As the pandemic eases across much of the world, the need for Covid-19 testing is diminishing.
Demand is dropping fast enough that
(ticker: ABT), a major maker of Covid-19 rapid tests, is now sharply reducing its profit forecast for the year.
Abbott highlighted declining rates of Covid-19 in the United States and elsewhere in the developed world, as well as public health recommendations in the United States that fully vaccinated people generally do not need to be tested for Covid-19 unless they experience symptoms.
“While it is positive that these external events and trends signal an accelerated return to normal for many countries, they have suddenly and fundamentally impacted the current and expected market demand for Covid testing,” CEO Robert said on Tuesday. Ford during a call to investors.
Abbott now expects full-year adjusted diluted earnings of between $ 4.30 and $ 4.50 per share, down from the $ 5 per share it previously forecast. Analysts expected Abbott to earn $ 5.04 a share in 2021. Shares of the company fell 9.3% on Tuesday and recently traded at $ 107.95. For the year, the stock is effectively flat.
Analysts lowered their stock price targets in response to the update. “Stock action… is unfortunately appropriate, but we still see reasons to stay outperformed,” wrote Jayson Bedford, analyst at Raymond James, who lowered his price target to $ 116 from $ 130.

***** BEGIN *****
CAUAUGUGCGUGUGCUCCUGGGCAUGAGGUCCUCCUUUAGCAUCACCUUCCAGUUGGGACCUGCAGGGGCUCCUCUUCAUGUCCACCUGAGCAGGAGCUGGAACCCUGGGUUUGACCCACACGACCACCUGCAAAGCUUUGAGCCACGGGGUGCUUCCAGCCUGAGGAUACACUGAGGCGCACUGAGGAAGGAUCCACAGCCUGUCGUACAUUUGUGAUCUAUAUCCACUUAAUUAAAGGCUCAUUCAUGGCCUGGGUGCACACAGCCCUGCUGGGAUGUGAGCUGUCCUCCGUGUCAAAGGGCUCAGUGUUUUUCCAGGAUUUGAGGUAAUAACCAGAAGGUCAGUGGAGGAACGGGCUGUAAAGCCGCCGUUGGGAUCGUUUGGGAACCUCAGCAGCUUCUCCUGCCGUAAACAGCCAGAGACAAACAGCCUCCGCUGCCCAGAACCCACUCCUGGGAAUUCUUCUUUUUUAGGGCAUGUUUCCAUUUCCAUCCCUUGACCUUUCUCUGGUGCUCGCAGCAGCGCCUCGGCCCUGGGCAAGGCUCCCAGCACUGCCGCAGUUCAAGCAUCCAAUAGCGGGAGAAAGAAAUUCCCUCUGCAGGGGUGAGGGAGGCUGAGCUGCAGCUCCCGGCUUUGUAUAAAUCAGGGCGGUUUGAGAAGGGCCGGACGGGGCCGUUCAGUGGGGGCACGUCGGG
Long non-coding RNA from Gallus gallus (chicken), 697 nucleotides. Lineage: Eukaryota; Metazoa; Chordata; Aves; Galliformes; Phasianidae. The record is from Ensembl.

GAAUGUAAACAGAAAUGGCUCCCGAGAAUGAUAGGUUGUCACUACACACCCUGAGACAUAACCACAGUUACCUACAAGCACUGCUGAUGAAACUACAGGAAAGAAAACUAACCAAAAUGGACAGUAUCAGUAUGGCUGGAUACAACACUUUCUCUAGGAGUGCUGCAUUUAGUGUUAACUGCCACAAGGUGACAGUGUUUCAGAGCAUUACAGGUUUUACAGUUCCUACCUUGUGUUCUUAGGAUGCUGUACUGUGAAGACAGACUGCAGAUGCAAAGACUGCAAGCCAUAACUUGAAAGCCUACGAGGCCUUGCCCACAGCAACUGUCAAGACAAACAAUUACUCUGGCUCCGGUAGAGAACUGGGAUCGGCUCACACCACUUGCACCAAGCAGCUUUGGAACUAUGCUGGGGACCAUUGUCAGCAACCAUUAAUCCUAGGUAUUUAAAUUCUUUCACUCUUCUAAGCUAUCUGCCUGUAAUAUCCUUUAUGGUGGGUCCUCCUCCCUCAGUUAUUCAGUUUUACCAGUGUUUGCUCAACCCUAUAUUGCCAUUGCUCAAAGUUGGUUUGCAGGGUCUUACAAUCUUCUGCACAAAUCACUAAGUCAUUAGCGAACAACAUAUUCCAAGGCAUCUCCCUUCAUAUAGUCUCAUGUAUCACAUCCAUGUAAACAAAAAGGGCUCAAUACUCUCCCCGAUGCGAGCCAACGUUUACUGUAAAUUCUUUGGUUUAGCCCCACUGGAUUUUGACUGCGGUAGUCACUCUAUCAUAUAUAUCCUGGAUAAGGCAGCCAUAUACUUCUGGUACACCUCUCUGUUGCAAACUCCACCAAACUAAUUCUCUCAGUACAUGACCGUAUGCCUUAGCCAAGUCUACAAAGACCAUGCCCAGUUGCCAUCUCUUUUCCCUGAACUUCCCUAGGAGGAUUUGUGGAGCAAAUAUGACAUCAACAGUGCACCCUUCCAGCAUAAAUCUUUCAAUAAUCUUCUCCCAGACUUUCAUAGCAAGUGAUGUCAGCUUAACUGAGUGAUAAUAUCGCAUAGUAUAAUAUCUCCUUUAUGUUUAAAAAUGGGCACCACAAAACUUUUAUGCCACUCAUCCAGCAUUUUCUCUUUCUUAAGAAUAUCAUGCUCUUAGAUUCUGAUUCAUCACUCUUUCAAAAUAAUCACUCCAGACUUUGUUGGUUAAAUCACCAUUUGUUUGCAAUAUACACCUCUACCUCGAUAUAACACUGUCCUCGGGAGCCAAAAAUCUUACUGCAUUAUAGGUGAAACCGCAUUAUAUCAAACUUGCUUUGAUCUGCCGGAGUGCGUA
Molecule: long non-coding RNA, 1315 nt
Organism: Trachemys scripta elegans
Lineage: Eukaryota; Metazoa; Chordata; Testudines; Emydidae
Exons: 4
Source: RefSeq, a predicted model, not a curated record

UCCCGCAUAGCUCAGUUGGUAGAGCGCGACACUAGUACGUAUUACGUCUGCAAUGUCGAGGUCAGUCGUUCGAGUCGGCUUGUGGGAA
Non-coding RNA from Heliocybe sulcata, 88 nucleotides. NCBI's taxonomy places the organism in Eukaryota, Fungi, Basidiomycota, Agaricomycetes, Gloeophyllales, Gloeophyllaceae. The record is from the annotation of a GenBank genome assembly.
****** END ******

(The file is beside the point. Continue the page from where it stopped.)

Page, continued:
Barron wrote in March 2020 that Covid-19 testing would not be a long-term revenue driver for testing companies. That was before the pandemic exploded in the United States, but the success of the vaccination campaign here has undermined the market for long-term Covid-19 testing that some expected to grow.
Abbott sells a range of Covid-19 tests, including an over-the-counter rapid Covid-19 test for home use and a number of rapid point-of-care tests. At the end of April, the company said sales related to Covid-19 tests were $ 2.2 billion for the first quarter of fiscal 2021. They were $ 2.4 billion in the fourth quarter of the year. ‘fiscal year 2020.
At that time, the outlook for a pandemic looked very different, with rates of Covid-19 cases stable. “We couldn’t have predicted what happened over the past few weeks,” said Ford.
Abbott, he added, was in discussions with governments and businesses about providing tests to support returns to work and school in late April.
The last few weeks have changed everything. Thursday, the company said it would cost up to $ 700 million to scale down its manufacturing network for Covid-19 tests. These costs include asset write-downs, contract cancellations and “employee costs”.
Nonetheless, Abbott’s new earnings estimate would still represent an increase of over 20% over its 2020 earnings, at the high end.
Write to Josh Nathan-Kazis at [email protected]